What creates better performance at work?
In previous blogs I’ve shared my thoughts on some of the different styles of motivation, and how you can use this knowledge to motivate yourself and your team/colleagues.
I like the idea that motivation isn’t just about the traditional ‘carrot and stick’ approach, but can also be about providing opportunities for self-directed motivation. The latter is the best type – I believe – for greater, longer-lasting outcomes.
I came across this video from RSA recently (love this series – entertaining as well as informative!) and thought it gave a great example of how a company motivated its workforce once a quarter (about 6 mins in).
In brief, a company offered its employees the opportunity to work on whatever (and with whomever) they wanted for a day, as long as they reported back what they’d achieved at the end of the 24 hour period.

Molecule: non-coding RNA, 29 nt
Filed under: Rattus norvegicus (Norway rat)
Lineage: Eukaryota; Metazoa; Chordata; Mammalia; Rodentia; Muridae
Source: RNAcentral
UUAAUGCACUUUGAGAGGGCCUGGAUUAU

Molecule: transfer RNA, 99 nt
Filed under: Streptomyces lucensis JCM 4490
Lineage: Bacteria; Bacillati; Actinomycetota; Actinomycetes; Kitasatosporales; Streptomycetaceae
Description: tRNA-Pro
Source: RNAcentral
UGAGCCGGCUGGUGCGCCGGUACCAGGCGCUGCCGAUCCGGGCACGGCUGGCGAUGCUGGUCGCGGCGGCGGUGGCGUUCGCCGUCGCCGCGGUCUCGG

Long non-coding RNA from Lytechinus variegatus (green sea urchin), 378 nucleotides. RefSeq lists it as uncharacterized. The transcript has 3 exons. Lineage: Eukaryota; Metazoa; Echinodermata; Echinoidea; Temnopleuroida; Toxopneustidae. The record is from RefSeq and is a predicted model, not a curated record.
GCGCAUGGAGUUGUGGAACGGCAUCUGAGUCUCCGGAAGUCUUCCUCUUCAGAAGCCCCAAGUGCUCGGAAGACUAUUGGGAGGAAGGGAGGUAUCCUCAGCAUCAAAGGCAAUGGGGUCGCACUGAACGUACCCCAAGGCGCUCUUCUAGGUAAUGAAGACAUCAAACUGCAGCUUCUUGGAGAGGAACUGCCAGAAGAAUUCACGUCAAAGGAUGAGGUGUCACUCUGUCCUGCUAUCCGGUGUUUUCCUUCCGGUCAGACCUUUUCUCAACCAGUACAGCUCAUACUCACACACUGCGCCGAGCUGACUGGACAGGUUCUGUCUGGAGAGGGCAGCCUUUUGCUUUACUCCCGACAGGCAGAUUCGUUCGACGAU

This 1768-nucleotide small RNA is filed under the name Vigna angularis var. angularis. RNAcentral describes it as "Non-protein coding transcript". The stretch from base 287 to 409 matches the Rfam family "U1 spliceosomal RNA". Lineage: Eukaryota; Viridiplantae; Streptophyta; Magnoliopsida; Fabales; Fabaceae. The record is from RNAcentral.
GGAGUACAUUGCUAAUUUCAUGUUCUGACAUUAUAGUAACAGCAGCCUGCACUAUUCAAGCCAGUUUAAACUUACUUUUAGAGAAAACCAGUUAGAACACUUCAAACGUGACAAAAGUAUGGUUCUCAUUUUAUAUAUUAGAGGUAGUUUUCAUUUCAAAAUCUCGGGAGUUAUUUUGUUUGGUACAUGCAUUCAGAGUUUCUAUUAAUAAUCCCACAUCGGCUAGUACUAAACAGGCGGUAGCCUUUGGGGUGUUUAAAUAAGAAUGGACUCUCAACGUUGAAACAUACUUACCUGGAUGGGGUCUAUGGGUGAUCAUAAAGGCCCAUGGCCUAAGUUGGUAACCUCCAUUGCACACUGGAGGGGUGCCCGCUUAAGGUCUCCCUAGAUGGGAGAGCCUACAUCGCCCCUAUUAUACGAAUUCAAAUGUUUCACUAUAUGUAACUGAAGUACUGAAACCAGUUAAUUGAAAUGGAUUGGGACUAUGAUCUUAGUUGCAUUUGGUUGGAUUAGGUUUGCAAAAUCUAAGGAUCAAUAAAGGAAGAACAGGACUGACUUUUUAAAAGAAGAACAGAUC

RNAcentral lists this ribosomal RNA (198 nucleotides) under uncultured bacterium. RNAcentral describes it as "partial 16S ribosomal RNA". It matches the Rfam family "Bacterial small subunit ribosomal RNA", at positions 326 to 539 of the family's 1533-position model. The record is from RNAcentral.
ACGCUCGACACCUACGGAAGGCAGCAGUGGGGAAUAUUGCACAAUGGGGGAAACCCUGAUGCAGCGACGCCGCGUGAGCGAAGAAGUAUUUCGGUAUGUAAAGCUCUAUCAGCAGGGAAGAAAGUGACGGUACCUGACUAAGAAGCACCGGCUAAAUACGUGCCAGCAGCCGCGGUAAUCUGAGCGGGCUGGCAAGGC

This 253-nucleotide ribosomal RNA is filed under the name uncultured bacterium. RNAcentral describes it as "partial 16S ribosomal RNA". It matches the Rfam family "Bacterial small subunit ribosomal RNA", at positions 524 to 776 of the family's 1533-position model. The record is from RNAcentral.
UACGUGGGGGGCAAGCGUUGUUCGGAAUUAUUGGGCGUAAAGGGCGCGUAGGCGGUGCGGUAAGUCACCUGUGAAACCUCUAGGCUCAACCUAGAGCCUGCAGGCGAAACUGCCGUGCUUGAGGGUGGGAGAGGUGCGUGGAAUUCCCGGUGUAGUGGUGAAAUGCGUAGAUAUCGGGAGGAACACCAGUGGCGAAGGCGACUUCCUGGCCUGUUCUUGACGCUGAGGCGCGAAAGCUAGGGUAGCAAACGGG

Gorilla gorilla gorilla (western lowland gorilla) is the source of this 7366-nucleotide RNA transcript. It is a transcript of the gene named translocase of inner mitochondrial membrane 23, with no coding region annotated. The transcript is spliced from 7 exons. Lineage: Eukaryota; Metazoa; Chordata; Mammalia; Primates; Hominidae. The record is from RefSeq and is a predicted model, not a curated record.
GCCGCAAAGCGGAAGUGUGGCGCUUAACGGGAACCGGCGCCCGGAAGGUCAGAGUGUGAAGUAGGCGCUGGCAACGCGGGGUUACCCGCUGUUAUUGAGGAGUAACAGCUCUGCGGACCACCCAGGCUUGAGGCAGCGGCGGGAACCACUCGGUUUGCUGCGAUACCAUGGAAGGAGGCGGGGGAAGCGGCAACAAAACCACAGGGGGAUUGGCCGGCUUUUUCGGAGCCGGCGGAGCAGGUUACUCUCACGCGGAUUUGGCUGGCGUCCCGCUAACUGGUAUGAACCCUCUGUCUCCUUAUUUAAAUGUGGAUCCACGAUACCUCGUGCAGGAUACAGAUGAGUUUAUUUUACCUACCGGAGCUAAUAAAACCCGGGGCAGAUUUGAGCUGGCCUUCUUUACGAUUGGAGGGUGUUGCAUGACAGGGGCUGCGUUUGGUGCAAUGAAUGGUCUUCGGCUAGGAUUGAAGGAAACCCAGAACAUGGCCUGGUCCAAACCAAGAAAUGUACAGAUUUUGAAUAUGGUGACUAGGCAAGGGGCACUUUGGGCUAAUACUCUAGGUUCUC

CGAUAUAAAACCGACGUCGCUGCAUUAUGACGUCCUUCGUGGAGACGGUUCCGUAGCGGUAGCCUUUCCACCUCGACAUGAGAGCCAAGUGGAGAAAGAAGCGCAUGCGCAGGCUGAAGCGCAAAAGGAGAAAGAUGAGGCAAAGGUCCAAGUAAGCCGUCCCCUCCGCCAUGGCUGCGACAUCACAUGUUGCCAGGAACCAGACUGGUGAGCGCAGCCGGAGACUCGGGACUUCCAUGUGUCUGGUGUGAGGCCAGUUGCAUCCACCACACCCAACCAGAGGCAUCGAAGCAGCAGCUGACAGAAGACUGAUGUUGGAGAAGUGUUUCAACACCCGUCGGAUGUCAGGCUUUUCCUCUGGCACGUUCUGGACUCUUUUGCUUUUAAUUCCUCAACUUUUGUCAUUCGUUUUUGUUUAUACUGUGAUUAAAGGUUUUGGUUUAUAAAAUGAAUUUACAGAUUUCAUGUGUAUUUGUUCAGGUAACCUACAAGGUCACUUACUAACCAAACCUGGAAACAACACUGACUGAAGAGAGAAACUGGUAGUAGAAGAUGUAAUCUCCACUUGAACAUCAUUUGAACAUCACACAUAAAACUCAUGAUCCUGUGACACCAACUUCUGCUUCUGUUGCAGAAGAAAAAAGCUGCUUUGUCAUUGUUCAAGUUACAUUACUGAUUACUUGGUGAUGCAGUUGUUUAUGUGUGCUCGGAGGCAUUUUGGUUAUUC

To make this easier – they also made the feedback session an informal meeting. This led to ideas for new products and lots of problems being resolved, that they believe wouldn’t have happened otherwise.
The example in the video is from a software company, but it got me thinking…
What motivates teachers to do their best work?
- Are you more motivated by being given a pay rise?
- Does a leadership role motivate you more?
- Or would you be more motivated if you were given more autonomy?
The research referenced in the video suggests that once the tasks get above a basic cognitive skill level, greater monetary reward for better productivity doesn’t work … in fact for the bigger monetary rewards – it’s actually less of a motivating factor!
Would you agree with this research evidence?
Is more money a greater motivator than more autonomy for you?
Thank you for taking time to read this blog.
I’m Debbie Inglis, a performance coach, mentor and trainer, working with Heads, Principals, School leaders and their teams to maximise leadership performance, create more effective, confident, and motivated teams … in a way that brings out the best in you.